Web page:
Stepping on that Ladder

28 December 2017

A Firstline Securities Limited Blog by: Jody Hernandez

Owning one’s home is quite possibly the number one priority of someone who is saving and has not yet gotten themselves onto the property ladder. While most would like to purchase a property outright, it’s very rarely a possibility and many have to depend on acquiring a mortgage.

In order to secure a mortgage most lending institutions require at least a ten percent deposit.

A disciplined savings regime is important to ensure you obtain a deposit, but what other factors are considered by lending institutions when approached to lend a prospective borrower hundreds of thousands of dollars? Two important elements that most aspiring home owners overlook are existing commitments, particularly other debt payments and their credit report.

While credit reporting has been part of the credit process in countries such as the United States, Canada, UK etc. for many years, it has only been part of the process in Trinidad and Tobago and most of the Caribbean in recent years. The UK and US use a credit score as a quick indication of whether or not an applicant has good or bad credit history. I suspect Trinidad and Tobago would at some point adopt this approach as the process becomes more sophisticated. In 2004, the Automated Credit Bureau (ACB) became the first online credit reporting agency in Trinidad and Tobago. All Banks and several financing institutions such as Credit Unions are members of the ACB including Mortgage Finance Companies.

As subscribers to the Bureau, lending agencies are able to access information on a customer’s credit history/profile from each of the other member subscribers. This has enhanced the ability of these institutions to assess risk and a borrower’s capability to repay their debt.

So what information is a credit report made up of?

Your credit report is a record of how loans have been repaid over the years with financial institutions. It also records how other financial commitments such as credit cards and hire purchase agreements were serviced by the borrower.

A typical credit report will contain:

Personal Information – name, identification, date of birth etc.

Residence History – current address and time spent at current and any previous residences.

Employment History – information on current and any previous employers; the position held and the time spent in the job.

Credit Information – the various credit facilities that were granted and how they have been or are being repaid.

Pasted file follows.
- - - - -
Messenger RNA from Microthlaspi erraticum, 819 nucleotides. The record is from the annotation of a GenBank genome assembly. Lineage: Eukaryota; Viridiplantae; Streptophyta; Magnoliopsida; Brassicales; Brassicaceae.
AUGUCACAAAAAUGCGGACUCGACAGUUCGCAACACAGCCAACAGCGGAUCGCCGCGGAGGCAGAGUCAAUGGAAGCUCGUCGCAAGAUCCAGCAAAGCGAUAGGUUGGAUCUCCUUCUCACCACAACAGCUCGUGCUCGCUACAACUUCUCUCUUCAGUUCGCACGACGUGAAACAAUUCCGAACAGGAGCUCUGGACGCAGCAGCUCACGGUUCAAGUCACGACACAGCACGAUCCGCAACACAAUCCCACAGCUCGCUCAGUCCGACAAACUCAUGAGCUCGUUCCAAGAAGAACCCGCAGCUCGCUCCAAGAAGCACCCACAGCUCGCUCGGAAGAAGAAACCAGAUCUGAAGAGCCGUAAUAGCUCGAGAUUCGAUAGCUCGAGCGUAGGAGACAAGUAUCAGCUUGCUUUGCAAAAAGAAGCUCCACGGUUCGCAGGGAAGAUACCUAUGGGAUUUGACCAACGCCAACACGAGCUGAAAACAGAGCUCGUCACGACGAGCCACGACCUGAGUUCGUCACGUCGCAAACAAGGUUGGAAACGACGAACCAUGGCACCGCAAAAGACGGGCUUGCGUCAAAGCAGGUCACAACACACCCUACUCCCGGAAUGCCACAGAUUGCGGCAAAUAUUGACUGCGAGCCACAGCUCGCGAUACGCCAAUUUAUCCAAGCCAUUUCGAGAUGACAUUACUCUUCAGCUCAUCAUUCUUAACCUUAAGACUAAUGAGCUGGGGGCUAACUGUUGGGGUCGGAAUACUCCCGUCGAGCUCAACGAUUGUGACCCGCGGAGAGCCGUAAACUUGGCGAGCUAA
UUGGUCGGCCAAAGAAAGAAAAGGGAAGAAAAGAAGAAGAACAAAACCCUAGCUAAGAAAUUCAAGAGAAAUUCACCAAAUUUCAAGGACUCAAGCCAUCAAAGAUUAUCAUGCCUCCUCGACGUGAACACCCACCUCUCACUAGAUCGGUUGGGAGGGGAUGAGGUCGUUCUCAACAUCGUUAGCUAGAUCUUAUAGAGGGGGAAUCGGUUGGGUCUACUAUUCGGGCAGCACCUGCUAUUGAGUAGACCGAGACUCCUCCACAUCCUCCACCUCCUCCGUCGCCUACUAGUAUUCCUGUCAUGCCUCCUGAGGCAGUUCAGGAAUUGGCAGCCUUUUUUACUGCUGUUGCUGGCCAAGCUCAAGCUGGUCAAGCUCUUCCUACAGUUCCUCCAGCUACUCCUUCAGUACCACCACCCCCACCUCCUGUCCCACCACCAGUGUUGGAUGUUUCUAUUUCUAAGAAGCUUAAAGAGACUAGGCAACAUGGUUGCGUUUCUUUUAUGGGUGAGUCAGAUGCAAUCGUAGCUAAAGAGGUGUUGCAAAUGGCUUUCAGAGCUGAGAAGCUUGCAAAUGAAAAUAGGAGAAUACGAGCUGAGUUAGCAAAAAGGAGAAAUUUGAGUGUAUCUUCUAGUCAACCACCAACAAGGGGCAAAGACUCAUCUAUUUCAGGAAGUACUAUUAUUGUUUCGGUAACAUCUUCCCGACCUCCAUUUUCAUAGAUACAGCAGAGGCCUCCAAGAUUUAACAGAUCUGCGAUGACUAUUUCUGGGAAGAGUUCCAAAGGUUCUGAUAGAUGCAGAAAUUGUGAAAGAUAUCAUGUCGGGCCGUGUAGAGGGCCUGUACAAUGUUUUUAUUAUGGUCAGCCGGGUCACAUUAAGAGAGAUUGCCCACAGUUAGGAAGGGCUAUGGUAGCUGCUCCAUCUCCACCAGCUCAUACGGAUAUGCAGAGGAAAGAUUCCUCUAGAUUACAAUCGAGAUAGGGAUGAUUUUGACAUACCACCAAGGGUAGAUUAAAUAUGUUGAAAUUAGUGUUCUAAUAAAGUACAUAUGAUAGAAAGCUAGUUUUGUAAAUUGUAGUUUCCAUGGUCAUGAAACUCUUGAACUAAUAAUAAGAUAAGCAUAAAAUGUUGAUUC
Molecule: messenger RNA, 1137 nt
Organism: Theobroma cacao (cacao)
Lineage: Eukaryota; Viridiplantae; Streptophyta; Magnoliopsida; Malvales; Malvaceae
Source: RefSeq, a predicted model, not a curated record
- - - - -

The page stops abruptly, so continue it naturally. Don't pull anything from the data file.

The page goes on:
Inquiries – an indication as to whether and from whom, attempts to obtain credit facilities were made.

Utility and telephone companies are also becoming members of the ACB, therefore be mindful that missed and delayed payments of bills could also make up part of your credit report.

Lenders will use this information to judge whether or not the borrower will be bankable and committed to making payments.

How can you improve your credit profile?

Firstly it would be wise to get a copy of your credit report: you can access this at any time by contacting the Bureau. It’s important that you check your report to ensure that there are no outstanding payments, if there are any financial commitments that are in arrears then I suggest you make payments towards clearing them as soon as possible.

Once you have corrected your credit problem, to further improve your profile it is important to ensure that you make your monthly payments (e.g. credit card) on time. Late payments may result in late fees and/or higher interest charges and leave a negative mark on your credit profile.

If you have no payments that are in arrears but you do have many debts outstanding, you should take steps to make additional payments to clear these off so that your debt service to income ratio and your debt to assets ratio can reduce to acceptable levels by the time you are ready to approach the mortgage finance company. The lower your level of debt at the time of application for home financing, the more affordable the total debt service upon acquiring your new home is likely to be and the more the financing company will be willing to lend.

It would be wise to have a chat with a mortgage advisor before you find that desired property to make sure that you are on the right track and clear on your limitations based on income and savings etc. Don’t be afraid to have open and candid conversations with your mortgage advisor on what other steps you can take to clean up your credit profile and secure the amount you need to purchase your new home.


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